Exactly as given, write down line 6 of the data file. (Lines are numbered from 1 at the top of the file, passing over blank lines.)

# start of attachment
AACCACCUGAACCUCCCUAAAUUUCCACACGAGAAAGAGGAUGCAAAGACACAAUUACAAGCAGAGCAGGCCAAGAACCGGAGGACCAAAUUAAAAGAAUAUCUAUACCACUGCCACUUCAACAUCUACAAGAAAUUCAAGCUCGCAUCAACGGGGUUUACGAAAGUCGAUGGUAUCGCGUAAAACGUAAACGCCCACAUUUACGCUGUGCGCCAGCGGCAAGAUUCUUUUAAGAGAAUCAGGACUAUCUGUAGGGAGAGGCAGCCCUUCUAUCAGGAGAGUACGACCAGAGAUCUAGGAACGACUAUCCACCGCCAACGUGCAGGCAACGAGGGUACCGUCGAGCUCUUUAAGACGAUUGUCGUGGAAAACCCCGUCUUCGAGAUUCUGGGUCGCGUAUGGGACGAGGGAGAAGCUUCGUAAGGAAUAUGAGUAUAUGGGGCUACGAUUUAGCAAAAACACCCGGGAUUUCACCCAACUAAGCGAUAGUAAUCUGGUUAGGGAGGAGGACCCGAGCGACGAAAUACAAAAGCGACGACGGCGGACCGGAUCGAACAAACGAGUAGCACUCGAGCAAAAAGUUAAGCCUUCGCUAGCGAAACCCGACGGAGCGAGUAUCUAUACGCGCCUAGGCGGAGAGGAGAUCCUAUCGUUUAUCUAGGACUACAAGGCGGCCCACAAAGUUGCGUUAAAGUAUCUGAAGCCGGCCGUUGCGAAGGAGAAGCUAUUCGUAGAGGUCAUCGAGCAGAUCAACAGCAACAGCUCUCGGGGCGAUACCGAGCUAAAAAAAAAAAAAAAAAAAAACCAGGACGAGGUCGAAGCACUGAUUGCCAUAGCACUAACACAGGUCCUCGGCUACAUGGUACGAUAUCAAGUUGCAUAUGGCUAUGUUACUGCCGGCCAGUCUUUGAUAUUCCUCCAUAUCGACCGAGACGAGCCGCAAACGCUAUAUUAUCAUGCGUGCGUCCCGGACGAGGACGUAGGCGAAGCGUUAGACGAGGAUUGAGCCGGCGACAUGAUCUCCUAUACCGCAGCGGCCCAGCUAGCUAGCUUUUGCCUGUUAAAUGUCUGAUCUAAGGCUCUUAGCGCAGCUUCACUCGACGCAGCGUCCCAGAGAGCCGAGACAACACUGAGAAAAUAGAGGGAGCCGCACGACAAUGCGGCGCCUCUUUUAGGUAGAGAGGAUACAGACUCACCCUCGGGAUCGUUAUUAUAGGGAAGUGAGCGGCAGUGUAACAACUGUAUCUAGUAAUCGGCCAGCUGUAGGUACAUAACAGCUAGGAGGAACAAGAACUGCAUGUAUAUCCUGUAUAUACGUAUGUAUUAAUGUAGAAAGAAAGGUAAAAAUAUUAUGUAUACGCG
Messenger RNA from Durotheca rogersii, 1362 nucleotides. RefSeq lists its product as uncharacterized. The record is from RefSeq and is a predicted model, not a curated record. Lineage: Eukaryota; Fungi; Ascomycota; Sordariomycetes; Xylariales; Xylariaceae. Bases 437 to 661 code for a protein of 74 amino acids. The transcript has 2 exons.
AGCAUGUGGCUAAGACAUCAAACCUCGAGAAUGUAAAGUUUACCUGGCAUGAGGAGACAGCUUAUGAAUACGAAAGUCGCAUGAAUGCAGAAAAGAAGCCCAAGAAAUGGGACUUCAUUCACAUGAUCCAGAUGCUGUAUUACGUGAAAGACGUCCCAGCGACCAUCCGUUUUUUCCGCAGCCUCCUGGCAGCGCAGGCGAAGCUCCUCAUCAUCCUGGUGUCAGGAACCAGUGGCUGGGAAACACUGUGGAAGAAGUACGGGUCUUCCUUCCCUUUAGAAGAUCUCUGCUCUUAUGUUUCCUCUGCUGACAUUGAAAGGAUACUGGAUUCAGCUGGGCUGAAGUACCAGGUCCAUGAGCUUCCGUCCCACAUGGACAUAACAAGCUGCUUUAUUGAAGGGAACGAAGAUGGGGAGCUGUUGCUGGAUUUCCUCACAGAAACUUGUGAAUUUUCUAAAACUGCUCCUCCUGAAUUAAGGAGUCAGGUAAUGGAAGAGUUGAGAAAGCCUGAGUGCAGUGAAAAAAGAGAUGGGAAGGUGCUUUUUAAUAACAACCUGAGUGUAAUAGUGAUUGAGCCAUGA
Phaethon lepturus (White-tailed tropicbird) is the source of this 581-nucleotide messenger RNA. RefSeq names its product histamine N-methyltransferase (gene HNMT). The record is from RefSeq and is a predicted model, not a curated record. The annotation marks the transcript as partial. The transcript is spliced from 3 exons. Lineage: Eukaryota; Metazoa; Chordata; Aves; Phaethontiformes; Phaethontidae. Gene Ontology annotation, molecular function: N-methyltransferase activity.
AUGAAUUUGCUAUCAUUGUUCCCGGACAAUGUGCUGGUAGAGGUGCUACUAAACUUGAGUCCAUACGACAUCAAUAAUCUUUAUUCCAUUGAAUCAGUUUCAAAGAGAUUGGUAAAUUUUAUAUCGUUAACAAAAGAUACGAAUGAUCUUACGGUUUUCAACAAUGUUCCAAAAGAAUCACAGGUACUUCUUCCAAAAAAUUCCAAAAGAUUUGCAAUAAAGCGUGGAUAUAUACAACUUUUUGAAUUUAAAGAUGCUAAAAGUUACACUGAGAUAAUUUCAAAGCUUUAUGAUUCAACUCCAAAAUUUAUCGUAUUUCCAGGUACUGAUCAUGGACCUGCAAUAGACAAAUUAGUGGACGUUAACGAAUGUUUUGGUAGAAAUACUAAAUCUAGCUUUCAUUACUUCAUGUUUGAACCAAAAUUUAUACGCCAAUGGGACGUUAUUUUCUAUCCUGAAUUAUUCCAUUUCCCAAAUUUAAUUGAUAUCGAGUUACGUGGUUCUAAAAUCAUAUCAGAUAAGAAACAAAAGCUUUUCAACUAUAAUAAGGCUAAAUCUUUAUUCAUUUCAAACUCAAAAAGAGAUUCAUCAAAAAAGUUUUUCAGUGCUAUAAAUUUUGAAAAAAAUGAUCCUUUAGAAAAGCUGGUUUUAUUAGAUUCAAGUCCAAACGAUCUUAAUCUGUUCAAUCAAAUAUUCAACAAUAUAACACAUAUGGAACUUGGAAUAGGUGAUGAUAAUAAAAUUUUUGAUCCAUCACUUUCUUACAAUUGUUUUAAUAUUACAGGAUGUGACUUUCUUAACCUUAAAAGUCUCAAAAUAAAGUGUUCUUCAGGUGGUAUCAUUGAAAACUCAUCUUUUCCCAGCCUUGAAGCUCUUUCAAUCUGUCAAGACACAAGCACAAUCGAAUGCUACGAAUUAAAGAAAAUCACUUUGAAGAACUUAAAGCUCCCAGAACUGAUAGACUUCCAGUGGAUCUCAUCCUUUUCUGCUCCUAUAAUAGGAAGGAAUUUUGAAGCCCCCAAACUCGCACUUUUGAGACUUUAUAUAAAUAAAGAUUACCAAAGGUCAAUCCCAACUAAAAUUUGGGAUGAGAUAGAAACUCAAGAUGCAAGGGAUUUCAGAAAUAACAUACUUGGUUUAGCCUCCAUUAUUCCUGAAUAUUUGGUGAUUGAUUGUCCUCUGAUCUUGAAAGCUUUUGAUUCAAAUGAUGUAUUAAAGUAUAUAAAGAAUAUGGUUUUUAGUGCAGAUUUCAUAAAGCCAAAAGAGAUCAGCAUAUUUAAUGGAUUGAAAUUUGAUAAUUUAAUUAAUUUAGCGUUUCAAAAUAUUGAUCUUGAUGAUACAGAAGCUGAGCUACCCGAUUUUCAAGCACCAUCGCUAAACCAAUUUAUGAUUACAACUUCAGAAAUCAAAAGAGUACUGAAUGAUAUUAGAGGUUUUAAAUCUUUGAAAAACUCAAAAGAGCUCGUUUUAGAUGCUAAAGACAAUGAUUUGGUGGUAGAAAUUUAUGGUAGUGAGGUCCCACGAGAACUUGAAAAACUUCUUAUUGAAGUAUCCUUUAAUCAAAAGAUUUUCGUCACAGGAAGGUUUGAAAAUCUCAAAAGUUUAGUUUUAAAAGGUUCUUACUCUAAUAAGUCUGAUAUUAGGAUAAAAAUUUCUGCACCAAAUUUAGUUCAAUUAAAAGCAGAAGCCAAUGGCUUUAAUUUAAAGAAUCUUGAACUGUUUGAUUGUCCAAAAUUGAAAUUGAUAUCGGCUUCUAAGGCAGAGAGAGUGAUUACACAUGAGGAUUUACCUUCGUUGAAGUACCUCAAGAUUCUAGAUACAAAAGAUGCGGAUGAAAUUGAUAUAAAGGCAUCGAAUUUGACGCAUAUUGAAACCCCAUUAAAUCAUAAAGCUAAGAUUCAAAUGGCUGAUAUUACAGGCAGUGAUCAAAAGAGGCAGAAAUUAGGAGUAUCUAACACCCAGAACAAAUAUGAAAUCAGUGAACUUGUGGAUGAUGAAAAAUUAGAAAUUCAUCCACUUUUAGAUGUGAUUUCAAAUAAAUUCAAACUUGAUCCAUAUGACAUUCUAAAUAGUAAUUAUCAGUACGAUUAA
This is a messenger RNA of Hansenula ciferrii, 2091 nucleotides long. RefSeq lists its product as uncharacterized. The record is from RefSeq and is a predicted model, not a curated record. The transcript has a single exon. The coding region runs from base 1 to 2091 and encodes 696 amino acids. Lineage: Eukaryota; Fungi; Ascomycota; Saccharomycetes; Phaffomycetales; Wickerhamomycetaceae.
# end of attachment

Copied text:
This is a messenger RNA of Hansenula ciferrii, 2091 nucleotides long. RefSeq lists its product as uncharacterized. The record is from RefSeq and is a predicted model, not a curated record. The transcript has a single exon. The coding region runs from base 1 to 2091 and encodes 696 amino acids. Lineage: Eukaryota; Fungi; Ascomycota; Saccharomycetes; Phaffomycetales; Wickerhamomycetaceae.